Six years ago, Dundalk resident Scott Collier was driving a company truck on a work-related errand when a tree root in the ground caught part of the vehicle’s plow harness, and he went from a slow speed of 10 to 15 miles per hour to a sudden, dead stop.
“It doesn’t seem fast when you’re in a car, but 10 to 15 miles per hour is pretty quick when something happens,” says Collier.
His head slammed into the sun visor area, while his arms and legs wrapped around the steering wheel.
He had been as in a rush that day. The seat belt of the borrowed vehicle he was driving had been left fastened to prevent the annoying warning buzzer that accompany an unfastened belt.
Collier suffered a traumatic brain injury, and, as a consequence, his life changed dramatically.
A TBI is an injury in which the brain is damaged by an external force. Varying in severity, a TBI may result in a minor concussion, change a person’s personality and cognitive abilities, or worse.
For Collier, the results were catastrophic.
“I’ve learned how hard it is to go through life when your greatest fear in life is yourself,” he wrote.
Collier’s friends and family noticed major changes as well.
“Scott was a raving maniac after that accident,” said Collier’s uncle in one of many YouTube videos Collier created to chronicle his experience and raise awareness about TBI. “Irrational…Screaming…He couldn’t be calmed down.”
Collier’s friend Jean Chreist, with whom he participated in historic reenactments of the War of 1812, could also clearly see that something was wrong.
“After a bit, it seemed like he just wasn’t fitting in,” she said, adding that Collier was apparently having serious difficulties taking direction and completing tasks such as loading rifles with blanks or marching in formation.
“We didn’t know what was going on with Scott, but we knew that he had some sort of problem,” Chreist said, adding that Collier soon started to “drift away” from the reenactment group.
Collier’s difficulties were far beyond the medical, or even the mental.
“An injury like this can put people in the poorhouse,” Collier says. “I’m very lucky to have a roof over my head. If I didn’t live in a family-owned house, I’d be out on the street, and there would be nothing I could do about it.”
Somehow, he pulled himself together.
“He resurfaced,” recalled Chreist. “Scott had dropped a lot of weight. He seemed calmer…more focused. It was like a transformation.”
A large part of Collier’s cognitive therapy has been his dogged and single-minded mission to bring more awareness of TBI, as well as to encourage preventative measures.
One thing he says again and again: “I am 100-percent sure that prevention is the cure, and knowledge is the key.”
In his crusade, Collier has expanded his knowledge base not only on the topic of TBI, but also to the tools to get his message across.
Since his injury, Collier has become more technology-savvy and computer literate. With the help of friends, he learned to video record himself and post the videos online to chronicle TBI and his struggle.
“Someone told me I should put stuff on YouTube,” Collier recalls. “I typed in ‘u’; they said, ‘No, it’s y-o-u.’”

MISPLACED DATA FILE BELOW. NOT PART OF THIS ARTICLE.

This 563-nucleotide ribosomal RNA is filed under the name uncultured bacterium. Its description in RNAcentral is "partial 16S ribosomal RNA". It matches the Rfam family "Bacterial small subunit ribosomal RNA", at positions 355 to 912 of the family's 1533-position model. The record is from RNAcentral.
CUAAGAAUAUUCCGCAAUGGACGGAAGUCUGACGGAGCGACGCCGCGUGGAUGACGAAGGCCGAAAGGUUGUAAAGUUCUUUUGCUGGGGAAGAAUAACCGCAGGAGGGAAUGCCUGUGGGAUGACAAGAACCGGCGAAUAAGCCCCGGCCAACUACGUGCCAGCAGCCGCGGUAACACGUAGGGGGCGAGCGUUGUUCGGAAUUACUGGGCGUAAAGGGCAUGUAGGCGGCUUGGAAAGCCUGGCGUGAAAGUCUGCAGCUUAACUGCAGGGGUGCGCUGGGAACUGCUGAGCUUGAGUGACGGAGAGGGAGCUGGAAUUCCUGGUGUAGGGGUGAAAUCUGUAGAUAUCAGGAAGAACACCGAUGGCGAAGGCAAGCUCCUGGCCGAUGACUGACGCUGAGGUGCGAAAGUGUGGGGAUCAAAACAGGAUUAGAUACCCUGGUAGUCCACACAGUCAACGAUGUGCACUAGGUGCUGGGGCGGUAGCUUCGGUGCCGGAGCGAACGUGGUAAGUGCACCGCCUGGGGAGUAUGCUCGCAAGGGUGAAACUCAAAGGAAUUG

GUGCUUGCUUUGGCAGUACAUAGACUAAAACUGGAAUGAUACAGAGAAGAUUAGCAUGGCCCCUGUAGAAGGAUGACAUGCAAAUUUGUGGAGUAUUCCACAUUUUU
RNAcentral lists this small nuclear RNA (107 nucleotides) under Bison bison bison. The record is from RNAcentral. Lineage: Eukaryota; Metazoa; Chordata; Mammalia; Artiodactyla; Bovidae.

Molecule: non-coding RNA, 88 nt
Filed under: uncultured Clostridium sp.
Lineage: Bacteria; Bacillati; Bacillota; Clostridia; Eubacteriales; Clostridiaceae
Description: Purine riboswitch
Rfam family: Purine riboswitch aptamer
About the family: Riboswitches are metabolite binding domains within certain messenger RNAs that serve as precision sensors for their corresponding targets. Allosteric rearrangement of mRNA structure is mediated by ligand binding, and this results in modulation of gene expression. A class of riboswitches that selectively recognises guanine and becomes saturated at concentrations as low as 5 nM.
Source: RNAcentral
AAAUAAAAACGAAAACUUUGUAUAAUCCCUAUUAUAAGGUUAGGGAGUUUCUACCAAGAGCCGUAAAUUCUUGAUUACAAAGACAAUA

On July 29, 2012, Collier posted his first video on TBI and launched his own YouTube channel, DundalkTV. “Webisodes” include interviews with elected officials and snippets of his own story, as well as tips on prevention and precautions. He recently interviewed Annie Ricketts, a TBI sufferer from the U.K. who, like Collier, is trying to raise awareness of the debilitating injury and add to the support network for those who suffer from it.
While TBI is the focus of DundalkTV, the YouTube channel also chronicles community events, including a Dundalk Christmas celebration, the Historical Society Train Garden, and the first day at the new Dundalk High School.
Collier truly believes that prevention is the most important topic when it comes to TBI. He says that helmets should be mandatory for all contact sports.
“When you ride a bike, you don’t use your head at all, and you’re supposed to wear a helmet,” he says. “In soccer, you’re supposed to use your head, and there’s no helmet. That doesn’t make sense to me.”
The culmination of Collier’s efforts is the TBI Awareness and Prevention Picnic and resource fair, this Saturday, Sept. 21, 10 a.m.-2 p.m., on the Community College of Baltimore County Dundalk Campus. The picnic will be held on the athletic field on Merritt Blvd., between Searles Rd. and Moorgate Rd.
“This is three years of me working my butt off to bring TBI awareness to our community,” says Collier. “There will be many events on September 21, but I’m unaware of any other events on that day that just might save your life or the life of someone you love.”
Attendees are asked to bring lunches in picnic baskets. CCBC prohibits grills, smoking and alcoholic beverages.
In addition to the picnic, Collier has a petition on change.org for Dr. Phil to “help stop the global TBI epidemic.”
“Ten million brain injuries occurred last year,” Collier says. “A lot of those can be prevented.”
Find more information on the petition on Collier’s Facebook page, facebook.com/scott.collier.543.
by Erik Zygmont